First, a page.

Dr Hagmeyer Explains The Thyroid Connection To Depression

Thyroid Levels Depression and Your Serotonin Levels

Hi Im Dr Hagmeyer and one of the most commonly overlooked areas when we talk about thyroid function and performance is the role serotonin plays.

If you suffer with thyroid problems you might be all too familiar with anxiety and depression.

In fact the most common medication men and woman are put on after thyroid medication is an antidepressant or antianxiety medications.

I want to be very clear that these medication DON’T fix your problem, but rather serve as a band-aid and what you might not know, is that if you are taking antidepressants realize that none of the antidepressant medications actually raise the quantity of the neurotransmitter that the medication is targeting. They only allow the neurotransmitter to remain in the synaptic cleft for a longer period of time.

Here is an illustration of what I’m talking about, you can see the Neurotransmitters (little yellow dots) and the synaptic cleft is the space between the nerves. Antidepressants only allow the Neurotransmitters to stay in this space longer. They have no effect on the quantity of Neurotransmitters produced by the nerve.

When a person has low thyroid hormones not just a low TSH but low T3 levels, low T4 levels, there are a number of things that happen

#1 The Serotonin receptor sites become less sensitive to Serotonin– meaning they don’t respond
#2 There is a decrease in the number of serotonin receptor sites- if there is less receptor sites, there is less places that serotonin can bind to and consequently lower serotonin levels. Also, less serotonin is then produced in the brain and in the other tissues of the body.


Studies show that if you continue to have low Thyroid levels year after year, permanent neuro degeneration of serotonergic neurons in the frontal cortex occurs (that’s your brain).

Some of the symptoms you might be experiencing indicating you have Neuro Degeneration of the Brain may include:

  • Feeling overwhelmed with ideas to manage,
  • Feeling of inner rage, feeling of paranoia not enjoying life,
  • Lack enthusiasm,
  • Loss of interest in friendships,
  • Feeling of  anger,
  • Difficulty falling into a restful state of sleep.

Again these are all classic Symptoms that the frontal cortex of your brain and the Serotonergic pathways are shutting down.

Traditional medicine typically prescribes SSRI for these kinds of symptoms- medications like Paxil, Zoloft, Celexa, Lexipro and too many others to list.

Here’s a study showing the effects of Low Thyroid or hypothyroidism on the Serotonin pathways of the brain.

If you do suffer from these symptoms, you are probably wondering is it too late?, and if not, what can be done to support my brain and consequently my thyroid.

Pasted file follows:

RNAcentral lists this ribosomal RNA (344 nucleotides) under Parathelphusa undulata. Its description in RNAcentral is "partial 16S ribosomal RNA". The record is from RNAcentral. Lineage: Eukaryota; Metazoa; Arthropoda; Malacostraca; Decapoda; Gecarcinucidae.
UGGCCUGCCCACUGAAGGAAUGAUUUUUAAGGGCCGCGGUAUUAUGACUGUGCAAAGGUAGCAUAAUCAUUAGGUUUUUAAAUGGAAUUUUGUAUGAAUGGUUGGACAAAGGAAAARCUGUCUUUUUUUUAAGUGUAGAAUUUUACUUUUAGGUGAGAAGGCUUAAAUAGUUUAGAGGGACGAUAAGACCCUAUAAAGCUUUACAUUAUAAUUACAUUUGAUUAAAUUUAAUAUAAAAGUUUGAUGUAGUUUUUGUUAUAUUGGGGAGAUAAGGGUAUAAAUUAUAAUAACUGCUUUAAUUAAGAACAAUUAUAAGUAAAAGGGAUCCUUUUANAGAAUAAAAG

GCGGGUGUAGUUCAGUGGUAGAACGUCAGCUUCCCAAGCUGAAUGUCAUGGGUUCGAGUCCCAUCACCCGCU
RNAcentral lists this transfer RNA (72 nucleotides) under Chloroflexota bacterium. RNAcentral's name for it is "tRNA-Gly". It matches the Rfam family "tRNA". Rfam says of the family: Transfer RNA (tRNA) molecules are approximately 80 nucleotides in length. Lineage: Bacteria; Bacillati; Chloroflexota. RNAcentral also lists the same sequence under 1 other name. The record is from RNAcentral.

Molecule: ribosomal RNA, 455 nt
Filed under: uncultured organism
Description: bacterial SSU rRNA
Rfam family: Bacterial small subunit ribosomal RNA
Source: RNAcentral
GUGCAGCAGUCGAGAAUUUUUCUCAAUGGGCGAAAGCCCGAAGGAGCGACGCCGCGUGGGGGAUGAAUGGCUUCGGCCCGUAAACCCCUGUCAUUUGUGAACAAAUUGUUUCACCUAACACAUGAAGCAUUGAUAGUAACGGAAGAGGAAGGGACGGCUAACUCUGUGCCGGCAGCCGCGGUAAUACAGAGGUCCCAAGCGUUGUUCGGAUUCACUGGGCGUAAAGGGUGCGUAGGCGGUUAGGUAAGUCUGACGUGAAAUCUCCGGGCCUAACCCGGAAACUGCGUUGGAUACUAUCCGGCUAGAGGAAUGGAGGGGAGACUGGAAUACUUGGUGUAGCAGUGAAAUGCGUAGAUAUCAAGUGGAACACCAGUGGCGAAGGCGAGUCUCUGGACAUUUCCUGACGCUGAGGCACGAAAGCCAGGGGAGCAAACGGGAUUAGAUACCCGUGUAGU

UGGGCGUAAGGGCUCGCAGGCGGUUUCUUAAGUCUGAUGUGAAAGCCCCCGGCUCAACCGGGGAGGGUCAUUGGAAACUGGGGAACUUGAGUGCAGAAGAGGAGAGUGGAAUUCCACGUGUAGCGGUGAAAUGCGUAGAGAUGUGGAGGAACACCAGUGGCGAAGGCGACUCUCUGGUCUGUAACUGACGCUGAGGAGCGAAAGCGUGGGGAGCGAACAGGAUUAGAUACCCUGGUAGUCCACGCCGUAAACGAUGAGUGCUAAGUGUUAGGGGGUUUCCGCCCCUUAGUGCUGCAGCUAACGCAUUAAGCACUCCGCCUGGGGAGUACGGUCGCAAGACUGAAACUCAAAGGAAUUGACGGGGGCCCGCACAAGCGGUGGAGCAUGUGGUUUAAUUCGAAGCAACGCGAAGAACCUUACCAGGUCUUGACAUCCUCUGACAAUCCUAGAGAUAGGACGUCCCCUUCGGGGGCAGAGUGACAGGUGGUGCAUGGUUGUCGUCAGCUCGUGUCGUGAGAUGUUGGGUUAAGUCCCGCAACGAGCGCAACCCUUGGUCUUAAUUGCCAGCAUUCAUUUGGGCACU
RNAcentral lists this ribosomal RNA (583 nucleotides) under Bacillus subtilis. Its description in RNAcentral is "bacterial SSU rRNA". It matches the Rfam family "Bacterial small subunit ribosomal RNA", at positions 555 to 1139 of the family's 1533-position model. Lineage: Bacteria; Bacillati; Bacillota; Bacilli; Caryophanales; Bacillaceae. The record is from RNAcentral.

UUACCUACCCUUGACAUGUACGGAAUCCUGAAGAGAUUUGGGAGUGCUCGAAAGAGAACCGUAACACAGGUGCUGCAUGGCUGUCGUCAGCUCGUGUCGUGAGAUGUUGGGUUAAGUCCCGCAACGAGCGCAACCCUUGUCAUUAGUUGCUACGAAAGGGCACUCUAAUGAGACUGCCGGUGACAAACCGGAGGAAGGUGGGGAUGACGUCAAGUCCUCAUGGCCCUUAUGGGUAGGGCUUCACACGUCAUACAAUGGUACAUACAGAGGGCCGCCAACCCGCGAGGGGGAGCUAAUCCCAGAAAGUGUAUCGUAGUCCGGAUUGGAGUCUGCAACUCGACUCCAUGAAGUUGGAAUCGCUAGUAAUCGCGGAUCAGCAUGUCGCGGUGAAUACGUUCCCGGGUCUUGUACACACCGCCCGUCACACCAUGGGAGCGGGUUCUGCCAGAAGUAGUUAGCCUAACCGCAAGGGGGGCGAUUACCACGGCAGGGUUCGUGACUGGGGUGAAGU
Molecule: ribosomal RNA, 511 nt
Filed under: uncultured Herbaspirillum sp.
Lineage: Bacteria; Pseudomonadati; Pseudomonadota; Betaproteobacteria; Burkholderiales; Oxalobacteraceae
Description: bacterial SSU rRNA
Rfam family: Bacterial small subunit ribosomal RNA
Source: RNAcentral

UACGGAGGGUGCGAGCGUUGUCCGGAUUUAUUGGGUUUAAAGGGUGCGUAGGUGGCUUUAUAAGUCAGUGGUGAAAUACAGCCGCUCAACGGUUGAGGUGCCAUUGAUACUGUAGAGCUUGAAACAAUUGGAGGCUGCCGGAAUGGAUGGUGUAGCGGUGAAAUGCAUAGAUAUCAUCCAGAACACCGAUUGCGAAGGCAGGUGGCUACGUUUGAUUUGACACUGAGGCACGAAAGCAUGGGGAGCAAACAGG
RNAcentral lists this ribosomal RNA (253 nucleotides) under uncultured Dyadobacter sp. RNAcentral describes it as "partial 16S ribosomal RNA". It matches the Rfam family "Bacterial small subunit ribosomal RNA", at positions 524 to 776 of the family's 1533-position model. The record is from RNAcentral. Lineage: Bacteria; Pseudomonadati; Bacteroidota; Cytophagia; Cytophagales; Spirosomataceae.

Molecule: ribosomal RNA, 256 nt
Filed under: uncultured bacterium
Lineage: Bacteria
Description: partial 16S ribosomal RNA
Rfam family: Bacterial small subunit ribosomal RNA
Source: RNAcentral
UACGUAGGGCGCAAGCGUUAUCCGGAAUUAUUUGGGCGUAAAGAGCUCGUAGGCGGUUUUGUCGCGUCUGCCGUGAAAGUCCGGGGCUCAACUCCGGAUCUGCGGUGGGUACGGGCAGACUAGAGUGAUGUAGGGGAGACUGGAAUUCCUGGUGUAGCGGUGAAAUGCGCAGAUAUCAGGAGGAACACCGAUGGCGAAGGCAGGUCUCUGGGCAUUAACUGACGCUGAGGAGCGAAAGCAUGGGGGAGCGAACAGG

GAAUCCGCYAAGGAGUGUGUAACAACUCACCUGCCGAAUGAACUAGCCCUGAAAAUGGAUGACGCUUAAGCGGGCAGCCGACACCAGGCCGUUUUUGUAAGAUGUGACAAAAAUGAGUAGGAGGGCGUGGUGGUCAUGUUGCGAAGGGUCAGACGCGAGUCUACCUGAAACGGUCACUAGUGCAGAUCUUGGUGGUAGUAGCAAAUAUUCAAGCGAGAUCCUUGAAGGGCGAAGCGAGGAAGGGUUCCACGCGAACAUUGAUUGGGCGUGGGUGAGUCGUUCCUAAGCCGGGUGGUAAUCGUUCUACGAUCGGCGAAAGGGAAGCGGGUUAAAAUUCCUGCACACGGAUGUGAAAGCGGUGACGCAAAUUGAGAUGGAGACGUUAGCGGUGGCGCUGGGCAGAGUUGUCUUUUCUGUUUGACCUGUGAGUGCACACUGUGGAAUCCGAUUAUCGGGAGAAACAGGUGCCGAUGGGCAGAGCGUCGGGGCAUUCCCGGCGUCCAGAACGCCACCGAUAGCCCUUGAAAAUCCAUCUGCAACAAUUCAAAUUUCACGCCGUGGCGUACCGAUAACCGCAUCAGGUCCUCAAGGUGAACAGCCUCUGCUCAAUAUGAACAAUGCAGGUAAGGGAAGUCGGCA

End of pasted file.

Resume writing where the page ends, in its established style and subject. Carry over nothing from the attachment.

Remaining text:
#1 there are many natural compounds that can actually increase the quantity of serotonin. Remember medications can’t do this, they only keep the NT around in synaptic cleft for a longer period of time.

#2 Supporting NT and brain requires understanding what the nerve needs metabolically as well as neurologically.

 Some of the things that I consider include

  • Supporting circulation and blood flow to the brain
  • Supplements that will help with the uptake of NT into the synaptic cleft
  • Supporting amino acid precursors- certain amino acids such 5HTP, or SAMe can help increase the quantity of these Neurotransmitters
  • Nutritional cofactors that are needed to make the Neurotransmitter- things like B6,B12,magnesium, niacin
  • blood sugar stability
  • reducing Inflammation
  • supporting optimal Gut health

In closing today’s video, it is important to understand that every case of Thyroid disease is different.

1. We all have a different biochemistry, different genetic makeup, different genetic mutations of certain enzyme pathways, we eat a different diet etc. etc- so who ever you work with- needs to take this all into consideration.

2. Thyroid disease requires investigation- you cant think that you going to fix your problem with simply taking thyroid replacement. I don’t care if we are talking about synthetic or natural or compounded- This is an outdated approach going back to the 1950’s. The body is extremely complex and there are many aspects of health that go above and beyond medication that need to be taken into consideration

3. There is no cookie cutter approach that I would be able to suggest for you not knowing any of these areas of your health. So if you email, realize I am unable to offer any guidance in this area.

4. And lastly in some cases of Hypothyroidism, permanent neurodegeneration from years of mismanaged silent hypothyroidism is a possibility. So I hate to leave on a note like this so I am going to end today’s video by saying the sooner you start doing something the better.

5. I’m Dr Hagmeyer and I hope today’s video helps you really understand why addressing thyroid disease requires a doctor who is going to partner with you in your health journey.

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